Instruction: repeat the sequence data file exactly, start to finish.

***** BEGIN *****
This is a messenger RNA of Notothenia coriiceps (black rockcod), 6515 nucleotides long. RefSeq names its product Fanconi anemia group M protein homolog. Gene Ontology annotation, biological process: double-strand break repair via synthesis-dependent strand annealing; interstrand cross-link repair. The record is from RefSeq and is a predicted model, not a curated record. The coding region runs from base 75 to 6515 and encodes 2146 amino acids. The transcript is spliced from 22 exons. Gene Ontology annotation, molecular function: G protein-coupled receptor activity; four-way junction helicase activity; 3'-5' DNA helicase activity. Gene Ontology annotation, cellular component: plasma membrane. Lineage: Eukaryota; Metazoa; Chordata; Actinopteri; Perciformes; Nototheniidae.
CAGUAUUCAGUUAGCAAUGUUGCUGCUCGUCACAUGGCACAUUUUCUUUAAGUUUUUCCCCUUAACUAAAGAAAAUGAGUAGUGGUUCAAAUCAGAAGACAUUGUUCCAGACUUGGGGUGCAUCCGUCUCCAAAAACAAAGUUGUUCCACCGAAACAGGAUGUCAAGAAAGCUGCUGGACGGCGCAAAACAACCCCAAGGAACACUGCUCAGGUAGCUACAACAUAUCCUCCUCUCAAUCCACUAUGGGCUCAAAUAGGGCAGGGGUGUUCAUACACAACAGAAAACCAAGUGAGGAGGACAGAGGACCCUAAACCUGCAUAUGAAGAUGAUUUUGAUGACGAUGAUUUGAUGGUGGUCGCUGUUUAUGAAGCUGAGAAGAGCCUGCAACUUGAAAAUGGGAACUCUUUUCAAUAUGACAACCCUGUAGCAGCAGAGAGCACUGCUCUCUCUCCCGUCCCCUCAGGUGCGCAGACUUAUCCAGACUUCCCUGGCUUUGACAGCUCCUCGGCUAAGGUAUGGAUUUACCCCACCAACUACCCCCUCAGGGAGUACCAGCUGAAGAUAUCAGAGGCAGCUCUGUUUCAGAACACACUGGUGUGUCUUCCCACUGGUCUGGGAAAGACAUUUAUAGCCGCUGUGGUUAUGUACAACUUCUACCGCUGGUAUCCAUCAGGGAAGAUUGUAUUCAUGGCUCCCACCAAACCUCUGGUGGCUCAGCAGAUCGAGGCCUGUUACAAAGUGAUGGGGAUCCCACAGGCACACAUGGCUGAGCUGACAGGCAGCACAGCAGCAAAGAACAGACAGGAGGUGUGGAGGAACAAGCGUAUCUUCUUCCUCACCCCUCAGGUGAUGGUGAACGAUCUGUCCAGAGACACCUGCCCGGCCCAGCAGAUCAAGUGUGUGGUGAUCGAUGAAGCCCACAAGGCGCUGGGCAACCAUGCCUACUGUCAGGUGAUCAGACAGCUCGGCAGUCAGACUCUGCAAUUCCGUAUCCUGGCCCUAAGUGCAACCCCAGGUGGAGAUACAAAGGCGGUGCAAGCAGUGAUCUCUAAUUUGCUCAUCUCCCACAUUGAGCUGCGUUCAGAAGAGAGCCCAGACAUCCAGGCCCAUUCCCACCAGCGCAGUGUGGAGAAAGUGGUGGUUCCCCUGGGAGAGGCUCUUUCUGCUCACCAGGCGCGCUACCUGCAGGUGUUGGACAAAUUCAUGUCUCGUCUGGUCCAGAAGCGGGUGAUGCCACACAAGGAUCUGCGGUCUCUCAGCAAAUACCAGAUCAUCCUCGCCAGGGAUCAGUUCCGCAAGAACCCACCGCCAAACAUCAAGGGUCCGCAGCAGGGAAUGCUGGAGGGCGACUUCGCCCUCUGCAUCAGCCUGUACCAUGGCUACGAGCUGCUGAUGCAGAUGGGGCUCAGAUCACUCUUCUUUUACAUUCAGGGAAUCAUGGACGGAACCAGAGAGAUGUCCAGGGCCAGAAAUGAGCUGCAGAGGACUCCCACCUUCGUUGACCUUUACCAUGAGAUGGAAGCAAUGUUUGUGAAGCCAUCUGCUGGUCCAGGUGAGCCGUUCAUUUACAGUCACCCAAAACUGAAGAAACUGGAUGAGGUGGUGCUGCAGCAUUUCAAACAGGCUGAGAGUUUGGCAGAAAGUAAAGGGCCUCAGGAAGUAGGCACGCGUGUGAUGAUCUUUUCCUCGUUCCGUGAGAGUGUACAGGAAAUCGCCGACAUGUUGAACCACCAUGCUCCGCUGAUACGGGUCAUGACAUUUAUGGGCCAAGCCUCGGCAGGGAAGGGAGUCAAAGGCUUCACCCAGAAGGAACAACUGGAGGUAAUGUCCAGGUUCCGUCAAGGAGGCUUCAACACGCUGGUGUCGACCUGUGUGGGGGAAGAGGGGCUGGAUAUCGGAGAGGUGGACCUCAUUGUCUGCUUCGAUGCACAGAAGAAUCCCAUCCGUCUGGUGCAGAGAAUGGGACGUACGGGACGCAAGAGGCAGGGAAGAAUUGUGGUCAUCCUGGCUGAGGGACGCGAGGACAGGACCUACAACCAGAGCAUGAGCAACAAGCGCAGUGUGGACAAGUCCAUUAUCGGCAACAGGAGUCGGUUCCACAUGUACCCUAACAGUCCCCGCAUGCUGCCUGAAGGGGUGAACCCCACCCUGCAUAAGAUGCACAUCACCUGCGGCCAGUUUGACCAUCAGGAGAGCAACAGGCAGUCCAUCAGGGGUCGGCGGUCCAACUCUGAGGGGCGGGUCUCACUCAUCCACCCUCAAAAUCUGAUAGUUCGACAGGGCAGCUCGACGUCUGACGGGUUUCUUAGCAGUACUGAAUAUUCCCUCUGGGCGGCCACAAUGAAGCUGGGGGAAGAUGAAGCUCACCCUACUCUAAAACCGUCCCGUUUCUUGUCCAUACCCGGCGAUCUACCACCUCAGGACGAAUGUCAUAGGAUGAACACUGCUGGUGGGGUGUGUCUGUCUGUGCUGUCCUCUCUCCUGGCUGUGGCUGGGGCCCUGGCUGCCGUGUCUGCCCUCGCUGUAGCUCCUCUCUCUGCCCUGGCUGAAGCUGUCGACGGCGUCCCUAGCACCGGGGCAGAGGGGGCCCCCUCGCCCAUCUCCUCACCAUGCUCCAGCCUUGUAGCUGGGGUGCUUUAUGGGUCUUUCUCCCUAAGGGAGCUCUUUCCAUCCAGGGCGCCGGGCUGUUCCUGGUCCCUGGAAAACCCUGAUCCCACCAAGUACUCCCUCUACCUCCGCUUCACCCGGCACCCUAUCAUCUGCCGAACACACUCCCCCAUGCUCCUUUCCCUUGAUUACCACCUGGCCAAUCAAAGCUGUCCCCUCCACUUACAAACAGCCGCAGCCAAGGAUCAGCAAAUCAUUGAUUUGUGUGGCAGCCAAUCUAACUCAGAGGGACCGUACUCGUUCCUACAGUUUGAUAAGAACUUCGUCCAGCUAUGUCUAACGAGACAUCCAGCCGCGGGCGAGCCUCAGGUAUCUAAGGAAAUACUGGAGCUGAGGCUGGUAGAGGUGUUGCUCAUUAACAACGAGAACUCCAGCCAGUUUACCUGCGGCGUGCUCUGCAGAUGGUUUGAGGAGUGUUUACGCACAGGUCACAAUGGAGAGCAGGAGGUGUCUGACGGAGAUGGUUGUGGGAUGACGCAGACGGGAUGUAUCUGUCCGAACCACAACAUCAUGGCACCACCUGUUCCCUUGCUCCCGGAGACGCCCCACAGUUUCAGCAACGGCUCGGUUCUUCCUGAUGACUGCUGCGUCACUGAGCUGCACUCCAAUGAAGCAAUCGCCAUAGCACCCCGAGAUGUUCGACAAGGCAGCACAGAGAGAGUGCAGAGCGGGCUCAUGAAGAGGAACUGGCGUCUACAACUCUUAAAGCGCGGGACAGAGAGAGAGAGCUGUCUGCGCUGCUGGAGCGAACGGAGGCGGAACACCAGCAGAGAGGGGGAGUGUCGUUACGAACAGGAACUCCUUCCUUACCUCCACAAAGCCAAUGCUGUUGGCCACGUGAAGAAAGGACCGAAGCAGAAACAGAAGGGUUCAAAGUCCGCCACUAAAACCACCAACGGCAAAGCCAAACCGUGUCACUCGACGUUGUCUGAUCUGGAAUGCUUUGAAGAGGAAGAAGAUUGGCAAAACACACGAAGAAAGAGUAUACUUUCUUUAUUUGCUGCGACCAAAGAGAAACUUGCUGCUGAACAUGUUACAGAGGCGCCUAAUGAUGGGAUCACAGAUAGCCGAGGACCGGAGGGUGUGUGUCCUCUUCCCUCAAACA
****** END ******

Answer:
This is a messenger RNA of Notothenia coriiceps (black rockcod), 6515 nucleotides long. RefSeq names its product Fanconi anemia group M protein homolog. Gene Ontology annotation, biological process: double-strand break repair via synthesis-dependent strand annealing; interstrand cross-link repair. The record is from RefSeq and is a predicted model, not a curated record. The coding region runs from base 75 to 6515 and encodes 2146 amino acids. The transcript is spliced from 22 exons. Gene Ontology annotation, molecular function: G protein-coupled receptor activity; four-way junction helicase activity; 3'-5' DNA helicase activity. Gene Ontology annotation, cellular component: plasma membrane. Lineage: Eukaryota; Metazoa; Chordata; Actinopteri; Perciformes; Nototheniidae.
CAGUAUUCAGUUAGCAAUGUUGCUGCUCGUCACAUGGCACAUUUUCUUUAAGUUUUUCCCCUUAACUAAAGAAAAUGAGUAGUGGUUCAAAUCAGAAGACAUUGUUCCAGACUUGGGGUGCAUCCGUCUCCAAAAACAAAGUUGUUCCACCGAAACAGGAUGUCAAGAAAGCUGCUGGACGGCGCAAAACAACCCCAAGGAACACUGCUCAGGUAGCUACAACAUAUCCUCCUCUCAAUCCACUAUGGGCUCAAAUAGGGCAGGGGUGUUCAUACACAACAGAAAACCAAGUGAGGAGGACAGAGGACCCUAAACCUGCAUAUGAAGAUGAUUUUGAUGACGAUGAUUUGAUGGUGGUCGCUGUUUAUGAAGCUGAGAAGAGCCUGCAACUUGAAAAUGGGAACUCUUUUCAAUAUGACAACCCUGUAGCAGCAGAGAGCACUGCUCUCUCUCCCGUCCCCUCAGGUGCGCAGACUUAUCCAGACUUCCCUGGCUUUGACAGCUCCUCGGCUAAGGUAUGGAUUUACCCCACCAACUACCCCCUCAGGGAGUACCAGCUGAAGAUAUCAGAGGCAGCUCUGUUUCAGAACACACUGGUGUGUCUUCCCACUGGUCUGGGAAAGACAUUUAUAGCCGCUGUGGUUAUGUACAACUUCUACCGCUGGUAUCCAUCAGGGAAGAUUGUAUUCAUGGCUCCCACCAAACCUCUGGUGGCUCAGCAGAUCGAGGCCUGUUACAAAGUGAUGGGGAUCCCACAGGCACACAUGGCUGAGCUGACAGGCAGCACAGCAGCAAAGAACAGACAGGAGGUGUGGAGGAACAAGCGUAUCUUCUUCCUCACCCCUCAGGUGAUGGUGAACGAUCUGUCCAGAGACACCUGCCCGGCCCAGCAGAUCAAGUGUGUGGUGAUCGAUGAAGCCCACAAGGCGCUGGGCAACCAUGCCUACUGUCAGGUGAUCAGACAGCUCGGCAGUCAGACUCUGCAAUUCCGUAUCCUGGCCCUAAGUGCAACCCCAGGUGGAGAUACAAAGGCGGUGCAAGCAGUGAUCUCUAAUUUGCUCAUCUCCCACAUUGAGCUGCGUUCAGAAGAGAGCCCAGACAUCCAGGCCCAUUCCCACCAGCGCAGUGUGGAGAAAGUGGUGGUUCCCCUGGGAGAGGCUCUUUCUGCUCACCAGGCGCGCUACCUGCAGGUGUUGGACAAAUUCAUGUCUCGUCUGGUCCAGAAGCGGGUGAUGCCACACAAGGAUCUGCGGUCUCUCAGCAAAUACCAGAUCAUCCUCGCCAGGGAUCAGUUCCGCAAGAACCCACCGCCAAACAUCAAGGGUCCGCAGCAGGGAAUGCUGGAGGGCGACUUCGCCCUCUGCAUCAGCCUGUACCAUGGCUACGAGCUGCUGAUGCAGAUGGGGCUCAGAUCACUCUUCUUUUACAUUCAGGGAAUCAUGGACGGAACCAGAGAGAUGUCCAGGGCCAGAAAUGAGCUGCAGAGGACUCCCACCUUCGUUGACCUUUACCAUGAGAUGGAAGCAAUGUUUGUGAAGCCAUCUGCUGGUCCAGGUGAGCCGUUCAUUUACAGUCACCCAAAACUGAAGAAACUGGAUGAGGUGGUGCUGCAGCAUUUCAAACAGGCUGAGAGUUUGGCAGAAAGUAAAGGGCCUCAGGAAGUAGGCACGCGUGUGAUGAUCUUUUCCUCGUUCCGUGAGAGUGUACAGGAAAUCGCCGACAUGUUGAACCACCAUGCUCCGCUGAUACGGGUCAUGACAUUUAUGGGCCAAGCCUCGGCAGGGAAGGGAGUCAAAGGCUUCACCCAGAAGGAACAACUGGAGGUAAUGUCCAGGUUCCGUCAAGGAGGCUUCAACACGCUGGUGUCGACCUGUGUGGGGGAAGAGGGGCUGGAUAUCGGAGAGGUGGACCUCAUUGUCUGCUUCGAUGCACAGAAGAAUCCCAUCCGUCUGGUGCAGAGAAUGGGACGUACGGGACGCAAGAGGCAGGGAAGAAUUGUGGUCAUCCUGGCUGAGGGACGCGAGGACAGGACCUACAACCAGAGCAUGAGCAACAAGCGCAGUGUGGACAAGUCCAUUAUCGGCAACAGGAGUCGGUUCCACAUGUACCCUAACAGUCCCCGCAUGCUGCCUGAAGGGGUGAACCCCACCCUGCAUAAGAUGCACAUCACCUGCGGCCAGUUUGACCAUCAGGAGAGCAACAGGCAGUCCAUCAGGGGUCGGCGGUCCAACUCUGAGGGGCGGGUCUCACUCAUCCACCCUCAAAAUCUGAUAGUUCGACAGGGCAGCUCGACGUCUGACGGGUUUCUUAGCAGUACUGAAUAUUCCCUCUGGGCGGCCACAAUGAAGCUGGGGGAAGAUGAAGCUCACCCUACUCUAAAACCGUCCCGUUUCUUGUCCAUACCCGGCGAUCUACCACCUCAGGACGAAUGUCAUAGGAUGAACACUGCUGGUGGGGUGUGUCUGUCUGUGCUGUCCUCUCUCCUGGCUGUGGCUGGGGCCCUGGCUGCCGUGUCUGCCCUCGCUGUAGCUCCUCUCUCUGCCCUGGCUGAAGCUGUCGACGGCGUCCCUAGCACCGGGGCAGAGGGGGCCCCCUCGCCCAUCUCCUCACCAUGCUCCAGCCUUGUAGCUGGGGUGCUUUAUGGGUCUUUCUCCCUAAGGGAGCUCUUUCCAUCCAGGGCGCCGGGCUGUUCCUGGUCCCUGGAAAACCCUGAUCCCACCAAGUACUCCCUCUACCUCCGCUUCACCCGGCACCCUAUCAUCUGCCGAACACACUCCCCCAUGCUCCUUUCCCUUGAUUACCACCUGGCCAAUCAAAGCUGUCCCCUCCACUUACAAACAGCCGCAGCCAAGGAUCAGCAAAUCAUUGAUUUGUGUGGCAGCCAAUCUAACUCAGAGGGACCGUACUCGUUCCUACAGUUUGAUAAGAACUUCGUCCAGCUAUGUCUAACGAGACAUCCAGCCGCGGGCGAGCCUCAGGUAUCUAAGGAAAUACUGGAGCUGAGGCUGGUAGAGGUGUUGCUCAUUAACAACGAGAACUCCAGCCAGUUUACCUGCGGCGUGCUCUGCAGAUGGUUUGAGGAGUGUUUACGCACAGGUCACAAUGGAGAGCAGGAGGUGUCUGACGGAGAUGGUUGUGGGAUGACGCAGACGGGAUGUAUCUGUCCGAACCACAACAUCAUGGCACCACCUGUUCCCUUGCUCCCGGAGACGCCCCACAGUUUCAGCAACGGCUCGGUUCUUCCUGAUGACUGCUGCGUCACUGAGCUGCACUCCAAUGAAGCAAUCGCCAUAGCACCCCGAGAUGUUCGACAAGGCAGCACAGAGAGAGUGCAGAGCGGGCUCAUGAAGAGGAACUGGCGUCUACAACUCUUAAAGCGCGGGACAGAGAGAGAGAGCUGUCUGCGCUGCUGGAGCGAACGGAGGCGGAACACCAGCAGAGAGGGGGAGUGUCGUUACGAACAGGAACUCCUUCCUUACCUCCACAAAGCCAAUGCUGUUGGCCACGUGAAGAAAGGACCGAAGCAGAAACAGAAGGGUUCAAAGUCCGCCACUAAAACCACCAACGGCAAAGCCAAACCGUGUCACUCGACGUUGUCUGAUCUGGAAUGCUUUGAAGAGGAAGAAGAUUGGCAAAACACACGAAGAAAGAGUAUACUUUCUUUAUUUGCUGCGACCAAAGAGAAACUUGCUGCUGAACAUGUUACAGAGGCGCCUAAUGAUGGGAUCACAGAUAGCCGAGGACCGGAGGGUGUGUGUCCUCUUCCCUCAAACA